What's your advice for programs regarding applicants' selection during COVID-19, while aiming for an equitable, plausible residency-selection process?
Dr. Rodriguez: Programs need to be maximally active in terms of mentorship and guidance for their students. All things being equal, home students already have advantages at their programs. We aren't convinced this will change much. Also, it's the home students who will have much less exposure to other programs – and as a result they may be the driving force with respect to remaining at their institutions. We'll likely do more personalized due-diligence with faculty at the outside applicant's institutions.
Dr. Sacks: While many things will be different this year, clinical excellence, educational excellence and research excellence remain the most important components of a successful application. LORs from people who know applicants well are also critical.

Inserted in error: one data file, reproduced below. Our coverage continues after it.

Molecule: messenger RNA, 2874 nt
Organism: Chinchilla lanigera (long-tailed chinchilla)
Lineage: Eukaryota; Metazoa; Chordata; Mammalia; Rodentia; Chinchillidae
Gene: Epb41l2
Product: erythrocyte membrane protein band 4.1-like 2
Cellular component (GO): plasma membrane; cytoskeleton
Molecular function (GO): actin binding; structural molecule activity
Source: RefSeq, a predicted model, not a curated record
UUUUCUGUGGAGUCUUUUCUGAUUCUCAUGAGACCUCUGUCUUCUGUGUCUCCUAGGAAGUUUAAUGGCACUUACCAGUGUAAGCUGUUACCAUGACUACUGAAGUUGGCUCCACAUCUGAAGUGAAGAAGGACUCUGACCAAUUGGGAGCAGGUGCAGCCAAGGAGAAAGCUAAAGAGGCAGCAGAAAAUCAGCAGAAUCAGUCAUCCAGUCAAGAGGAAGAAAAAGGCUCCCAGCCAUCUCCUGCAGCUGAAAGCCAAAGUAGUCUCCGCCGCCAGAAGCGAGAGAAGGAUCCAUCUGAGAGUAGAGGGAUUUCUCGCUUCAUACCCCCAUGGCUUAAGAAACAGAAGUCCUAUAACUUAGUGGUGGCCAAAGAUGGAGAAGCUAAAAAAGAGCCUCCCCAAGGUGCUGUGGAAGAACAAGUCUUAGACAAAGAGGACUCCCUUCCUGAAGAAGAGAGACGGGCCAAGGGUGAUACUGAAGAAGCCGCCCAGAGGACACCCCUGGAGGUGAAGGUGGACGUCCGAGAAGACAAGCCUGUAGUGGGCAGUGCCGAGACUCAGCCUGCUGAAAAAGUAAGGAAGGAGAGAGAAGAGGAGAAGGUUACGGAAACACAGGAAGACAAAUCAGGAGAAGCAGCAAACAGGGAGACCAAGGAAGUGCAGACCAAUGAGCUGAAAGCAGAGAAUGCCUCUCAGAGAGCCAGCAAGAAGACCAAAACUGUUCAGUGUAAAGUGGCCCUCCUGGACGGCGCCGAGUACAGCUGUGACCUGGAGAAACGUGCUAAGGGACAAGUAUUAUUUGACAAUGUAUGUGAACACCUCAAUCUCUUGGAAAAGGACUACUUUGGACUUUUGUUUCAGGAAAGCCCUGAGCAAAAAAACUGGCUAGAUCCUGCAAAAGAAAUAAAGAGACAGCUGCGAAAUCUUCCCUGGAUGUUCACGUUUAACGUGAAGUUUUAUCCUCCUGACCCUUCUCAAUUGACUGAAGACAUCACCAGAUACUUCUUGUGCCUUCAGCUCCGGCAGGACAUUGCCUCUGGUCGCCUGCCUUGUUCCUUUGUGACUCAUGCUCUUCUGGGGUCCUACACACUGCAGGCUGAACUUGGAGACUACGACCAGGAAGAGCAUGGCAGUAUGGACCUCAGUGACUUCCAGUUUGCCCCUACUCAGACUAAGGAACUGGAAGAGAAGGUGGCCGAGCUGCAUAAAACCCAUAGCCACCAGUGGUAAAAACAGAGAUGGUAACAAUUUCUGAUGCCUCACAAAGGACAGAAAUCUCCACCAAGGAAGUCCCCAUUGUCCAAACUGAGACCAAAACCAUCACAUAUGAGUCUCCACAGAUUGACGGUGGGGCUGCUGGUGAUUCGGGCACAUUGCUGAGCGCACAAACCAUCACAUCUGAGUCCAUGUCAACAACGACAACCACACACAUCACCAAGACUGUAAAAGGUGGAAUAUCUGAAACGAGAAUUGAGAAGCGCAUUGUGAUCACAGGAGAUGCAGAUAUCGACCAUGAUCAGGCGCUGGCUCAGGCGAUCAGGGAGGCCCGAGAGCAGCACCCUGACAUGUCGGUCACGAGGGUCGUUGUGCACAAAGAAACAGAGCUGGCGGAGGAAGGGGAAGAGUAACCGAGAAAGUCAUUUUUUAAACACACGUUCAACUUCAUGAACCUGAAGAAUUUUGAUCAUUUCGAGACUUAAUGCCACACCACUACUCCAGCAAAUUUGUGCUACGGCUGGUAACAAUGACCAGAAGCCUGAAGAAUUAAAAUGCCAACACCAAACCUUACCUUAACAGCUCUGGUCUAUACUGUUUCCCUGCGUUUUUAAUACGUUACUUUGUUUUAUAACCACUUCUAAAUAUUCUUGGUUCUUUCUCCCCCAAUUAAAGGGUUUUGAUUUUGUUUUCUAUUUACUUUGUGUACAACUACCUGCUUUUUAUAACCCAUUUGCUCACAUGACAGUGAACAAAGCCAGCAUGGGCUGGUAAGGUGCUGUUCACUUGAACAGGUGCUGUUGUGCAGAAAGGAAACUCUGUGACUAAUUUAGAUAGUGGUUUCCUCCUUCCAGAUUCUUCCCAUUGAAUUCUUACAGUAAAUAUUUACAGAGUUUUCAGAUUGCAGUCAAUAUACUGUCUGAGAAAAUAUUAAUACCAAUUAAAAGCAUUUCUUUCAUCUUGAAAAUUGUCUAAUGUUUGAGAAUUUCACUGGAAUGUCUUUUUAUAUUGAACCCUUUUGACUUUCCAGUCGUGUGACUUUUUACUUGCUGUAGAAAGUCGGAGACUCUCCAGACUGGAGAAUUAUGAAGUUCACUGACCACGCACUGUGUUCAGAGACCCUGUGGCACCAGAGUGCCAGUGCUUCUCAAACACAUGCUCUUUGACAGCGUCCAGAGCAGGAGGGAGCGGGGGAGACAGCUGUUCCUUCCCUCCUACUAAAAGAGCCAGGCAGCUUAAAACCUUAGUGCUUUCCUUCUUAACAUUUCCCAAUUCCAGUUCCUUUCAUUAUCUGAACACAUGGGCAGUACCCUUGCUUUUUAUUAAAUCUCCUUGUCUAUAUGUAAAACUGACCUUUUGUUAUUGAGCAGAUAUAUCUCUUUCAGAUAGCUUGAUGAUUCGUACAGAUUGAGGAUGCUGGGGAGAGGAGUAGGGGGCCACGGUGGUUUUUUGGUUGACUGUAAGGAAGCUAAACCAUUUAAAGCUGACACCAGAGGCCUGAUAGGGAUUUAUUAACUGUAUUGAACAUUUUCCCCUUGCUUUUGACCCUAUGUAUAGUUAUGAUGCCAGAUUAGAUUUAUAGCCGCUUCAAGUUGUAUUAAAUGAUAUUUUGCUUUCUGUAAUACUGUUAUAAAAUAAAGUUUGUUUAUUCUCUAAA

Dr. Patel: This year is unprecedented and will force a huge departure from what we're accustomed to. I think it's important that every program be as prepared as possible and present as much helpful information as possible to applicants. Those of us who review applications will need to be as open-minded about each applicant as possible, as this year's applicants have not had the same opportunities as those from prior years.
What are the advantages of a virtual plastic surgery match cycle?
Dr. Rodriguez: That's unclear, but it's certainly a challenge – so in that respect, it will be a learning experience. Moreover, even when the pandemic is over, the switch to having virtual activities will have long-lasting impact; hybrid systems for didactics, interviews, meetings, etc. will likely persist. Having been there for the creation of these alternative methods of communication will be useful in an altered educational landscape.
Dr. Rubin: I'll answer questions four and five together. Most certainly, there are advantages of a virtual match cycle, in that candidates can apply to other necessary expenses the multiple thousands of dollars they would've spent on travel. If anything, a virtual match cycle levels the playing field even more, because candidates don't have the advantage of having done an away rotation add a program to which they have applied, and a limited travel budget won't prevent anyone from interviewing at a specific program.